Tips Decorate your Home
Moving into a new home can be one of life's great joys, but it can also be a time of uncertainty, especially when it comes to furniture. How do you make your space look its best while reflecting your personal style? If you do it right, you'll end up with a comfortable, happy home. If you don't do it right, you'll end up with a hodgepodge of furniture, fabrics, and paint colors that never condenses into an appealing whole. With a little planning and following the same steps as a professional interior designer, your chances of success will be much better.
In order to reach your goals, you first have to know where you want to be.
don't start with a furniture store
Many people have heard the advice not to go grocery shopping when you're hungry because it can lead to bad choices. The same goes for furniture stores -- don't panic and go shopping just because your apartment is empty. Yes, you need a sofa, but if you picked it up just because you liked the pink striped piece in the store without taking measurements or thinking about the rest of the room, stick with it. The rest of the room needs to be built around this sofa, if there is too much space it will always look awkward.
Start with the room you want to set up, equipped with a tape measure and scratch pad.
Know your measurements
Matching the size of the furniture to the size of the room is crucial. A deep sofa can easily overwhelm a small space, and a sleek chair can get lost in a spacious loft. Before you start designing, measure the length and width of each room you'll be decorating, as well as ceiling heights and elements that might get in your way—stairs, columns, radiators, and other obstructions. It's also a good idea to measure the window openings and the wall clearances below, above, and to the sides of each opening to prepare for drapes.
"The number one mistake most people make is buying the wrong size item—the sofa won't fit in the room, the sofa won't fit in the door, the desk is too small, the desk is too big, the nightstand is hanging over the door," says David Kleinberg, a New York-based interior design firm. said David Kleinberg, founder of Design Associates. You can avoid problems like this if you measure your space carefully.
Create a floor plan
Once you have room measurements, you can use them with floor plans to give you a bird's-eye view of your entire home. “Every job should start with a floor plan,” says Alexa Hampton, president of Mark Hampton, the New York-based interior design firm her father founded. "You have to understand space."
One option is to draw up a floor plan the old-fashioned way with paper, pencil, and ruler. However, most professional designers use drafting software such as AutoCAD. Apps between these two extremes aim to make it easier for homeowners to create simple floor plans (some can even measure automatically using your smartphone's camera, but double-check the numbers), including Magicplan, Floor Plan Creator and RoomScan Pro.
Once you have the outline of the room, start experimenting with placing the furniture, making sure that the footprint of each piece of furniture is scaled to fit the dimensions of the drawing.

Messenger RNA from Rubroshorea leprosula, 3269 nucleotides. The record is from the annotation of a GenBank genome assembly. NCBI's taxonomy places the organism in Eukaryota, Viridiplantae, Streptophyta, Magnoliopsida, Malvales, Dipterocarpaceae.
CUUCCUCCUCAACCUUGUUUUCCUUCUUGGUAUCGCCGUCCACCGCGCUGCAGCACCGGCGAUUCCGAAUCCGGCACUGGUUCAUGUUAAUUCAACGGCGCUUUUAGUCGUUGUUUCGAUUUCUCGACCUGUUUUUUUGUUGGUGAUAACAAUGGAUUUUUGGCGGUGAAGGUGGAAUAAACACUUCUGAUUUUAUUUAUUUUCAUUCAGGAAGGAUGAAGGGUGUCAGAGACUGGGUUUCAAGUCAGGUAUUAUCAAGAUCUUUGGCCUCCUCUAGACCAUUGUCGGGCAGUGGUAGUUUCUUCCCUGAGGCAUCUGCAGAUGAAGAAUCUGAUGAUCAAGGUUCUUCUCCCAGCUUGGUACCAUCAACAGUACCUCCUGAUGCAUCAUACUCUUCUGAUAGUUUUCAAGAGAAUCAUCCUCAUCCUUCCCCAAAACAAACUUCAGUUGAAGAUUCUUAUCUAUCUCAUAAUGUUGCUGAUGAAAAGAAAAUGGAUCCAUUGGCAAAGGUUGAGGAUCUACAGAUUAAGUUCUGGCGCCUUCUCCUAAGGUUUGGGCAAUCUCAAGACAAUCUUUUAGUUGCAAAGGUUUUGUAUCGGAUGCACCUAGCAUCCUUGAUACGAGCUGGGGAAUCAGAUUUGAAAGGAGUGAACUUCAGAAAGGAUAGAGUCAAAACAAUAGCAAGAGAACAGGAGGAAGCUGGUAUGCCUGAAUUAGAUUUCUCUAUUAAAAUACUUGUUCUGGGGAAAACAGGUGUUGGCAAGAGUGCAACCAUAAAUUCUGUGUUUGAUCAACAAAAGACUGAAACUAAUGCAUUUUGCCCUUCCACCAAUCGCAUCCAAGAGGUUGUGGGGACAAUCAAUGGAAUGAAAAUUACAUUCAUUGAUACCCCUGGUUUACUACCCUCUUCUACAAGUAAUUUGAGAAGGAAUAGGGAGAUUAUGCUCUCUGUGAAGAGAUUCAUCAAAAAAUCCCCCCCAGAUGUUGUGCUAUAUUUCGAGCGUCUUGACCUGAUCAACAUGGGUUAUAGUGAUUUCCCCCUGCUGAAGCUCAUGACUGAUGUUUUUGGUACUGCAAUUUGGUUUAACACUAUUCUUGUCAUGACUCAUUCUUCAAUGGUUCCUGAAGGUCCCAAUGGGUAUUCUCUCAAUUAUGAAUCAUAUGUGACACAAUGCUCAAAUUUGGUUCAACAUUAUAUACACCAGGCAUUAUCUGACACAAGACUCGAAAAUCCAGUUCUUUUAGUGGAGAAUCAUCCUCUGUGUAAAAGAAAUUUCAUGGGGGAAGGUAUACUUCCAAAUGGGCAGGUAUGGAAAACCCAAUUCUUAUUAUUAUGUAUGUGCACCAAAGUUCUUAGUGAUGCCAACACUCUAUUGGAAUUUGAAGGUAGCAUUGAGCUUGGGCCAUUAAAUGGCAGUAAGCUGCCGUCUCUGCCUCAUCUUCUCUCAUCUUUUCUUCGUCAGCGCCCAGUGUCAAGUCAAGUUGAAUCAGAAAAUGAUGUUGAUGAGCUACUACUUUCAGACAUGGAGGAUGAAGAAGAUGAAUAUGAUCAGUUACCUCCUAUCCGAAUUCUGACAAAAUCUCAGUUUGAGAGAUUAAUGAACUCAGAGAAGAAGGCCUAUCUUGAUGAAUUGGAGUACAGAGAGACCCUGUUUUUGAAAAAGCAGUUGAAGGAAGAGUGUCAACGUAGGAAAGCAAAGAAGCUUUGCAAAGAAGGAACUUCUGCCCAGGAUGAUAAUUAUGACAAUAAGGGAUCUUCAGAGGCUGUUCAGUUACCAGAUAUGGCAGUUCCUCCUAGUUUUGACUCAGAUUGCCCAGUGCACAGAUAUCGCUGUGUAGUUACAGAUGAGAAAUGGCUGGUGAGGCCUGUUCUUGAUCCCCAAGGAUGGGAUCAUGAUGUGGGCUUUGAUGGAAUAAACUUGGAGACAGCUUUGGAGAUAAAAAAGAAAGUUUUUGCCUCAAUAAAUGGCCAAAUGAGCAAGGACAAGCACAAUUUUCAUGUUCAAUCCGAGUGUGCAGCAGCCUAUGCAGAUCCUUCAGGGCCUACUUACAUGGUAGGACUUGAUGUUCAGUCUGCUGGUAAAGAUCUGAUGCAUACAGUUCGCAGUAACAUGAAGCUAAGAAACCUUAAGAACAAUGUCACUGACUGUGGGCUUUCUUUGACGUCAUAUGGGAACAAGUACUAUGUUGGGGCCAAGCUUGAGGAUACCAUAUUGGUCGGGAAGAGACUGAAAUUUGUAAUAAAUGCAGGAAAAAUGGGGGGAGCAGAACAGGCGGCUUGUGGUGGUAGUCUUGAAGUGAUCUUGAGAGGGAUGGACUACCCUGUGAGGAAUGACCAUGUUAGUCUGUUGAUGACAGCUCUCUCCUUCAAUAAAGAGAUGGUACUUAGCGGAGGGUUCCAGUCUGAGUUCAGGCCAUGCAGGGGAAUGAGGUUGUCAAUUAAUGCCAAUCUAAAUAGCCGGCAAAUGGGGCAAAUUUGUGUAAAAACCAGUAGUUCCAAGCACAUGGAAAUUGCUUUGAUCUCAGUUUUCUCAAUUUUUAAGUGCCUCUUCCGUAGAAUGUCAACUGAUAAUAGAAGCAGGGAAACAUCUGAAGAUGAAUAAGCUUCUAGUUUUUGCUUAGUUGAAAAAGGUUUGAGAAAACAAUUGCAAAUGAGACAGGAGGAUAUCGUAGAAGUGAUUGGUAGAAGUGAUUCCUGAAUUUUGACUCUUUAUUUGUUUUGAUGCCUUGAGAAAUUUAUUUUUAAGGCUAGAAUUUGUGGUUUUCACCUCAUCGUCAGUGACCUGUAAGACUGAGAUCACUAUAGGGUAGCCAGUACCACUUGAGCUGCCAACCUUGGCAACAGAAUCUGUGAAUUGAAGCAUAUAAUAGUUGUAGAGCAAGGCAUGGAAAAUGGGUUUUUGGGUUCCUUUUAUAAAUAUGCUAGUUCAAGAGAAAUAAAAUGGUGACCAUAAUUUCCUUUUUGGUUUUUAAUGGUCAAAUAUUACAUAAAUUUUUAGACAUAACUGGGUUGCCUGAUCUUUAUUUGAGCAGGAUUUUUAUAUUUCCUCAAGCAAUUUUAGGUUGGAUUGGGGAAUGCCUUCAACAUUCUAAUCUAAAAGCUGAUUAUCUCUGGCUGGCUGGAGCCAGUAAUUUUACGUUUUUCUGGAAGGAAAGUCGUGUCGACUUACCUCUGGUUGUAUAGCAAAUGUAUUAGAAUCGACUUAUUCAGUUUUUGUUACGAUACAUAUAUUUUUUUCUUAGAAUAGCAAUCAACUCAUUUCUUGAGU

decide what kind of life you want to live
This is the tricky part and there are no right or wrong answers. Rooms can be traditional or modern, formal or relaxed, visually warm or cool. “You have to do your best to figure out how you want to live in a given space,” Ms Hampton said. “How would you do it? How many people live there? What are your ambitions?"
For example, decorating a home for someone who regularly hosts big dinner parties should be different than decorating a home for someone who eats out every night. Anyone planning a lavish fundraiser deserves a different living room than those who just want to binge in front of the TV.
The benefits of copying
Check out design books and magazines, as well as online resources like Houzz, Pinterest, and Instagram to hone your personal style. "Find out which style appeals to you the most," says Bradford, an interior designer in New York City, and make a profile of favorite images.
If you have a photo you like, research the details, advises Mr. Kleinberg. "See where you're using pattern, where you're using solid color, and where you can use color successfully or not," he says. It will also help inform everything from the type of furniture you prefer to possible drapery strategies.
post it down
To take your floor plan idea a step further, use painter's tape in a real space to outline where furniture will be placed on the floor and walls.
"We used blue tape on the floor to wrap the different elements," says Anne Maxwell Foster, owner of New York-based interior design firm Tilton Fenwick. “Where does the rug go? Does it need to be cut? How far out does the coffee table come out? Even though we do everything to the nearest sixteenth of an inch in our furniture plans, it helps to be able to visualize it in the room and move around. "
There's no way around the bill: If you can afford an unexpectedly expensive chair, you'll spend less on the rest of the house. "You want to make sure you're strategic about how you spend your money," says Mr. Ford. "The budget gives you a road map for how you allocate the cost of items to the room." He notes that if you find a unique dining table, you'll still Exceptions can be made, but to foot the bill, you have to consider where else you can save money.
Finishing drywall, refinishing hardwood floors, and painting ceilings are all messy jobs. It's best if this type of work is done before adding any furniture or accessories to the room, if possible.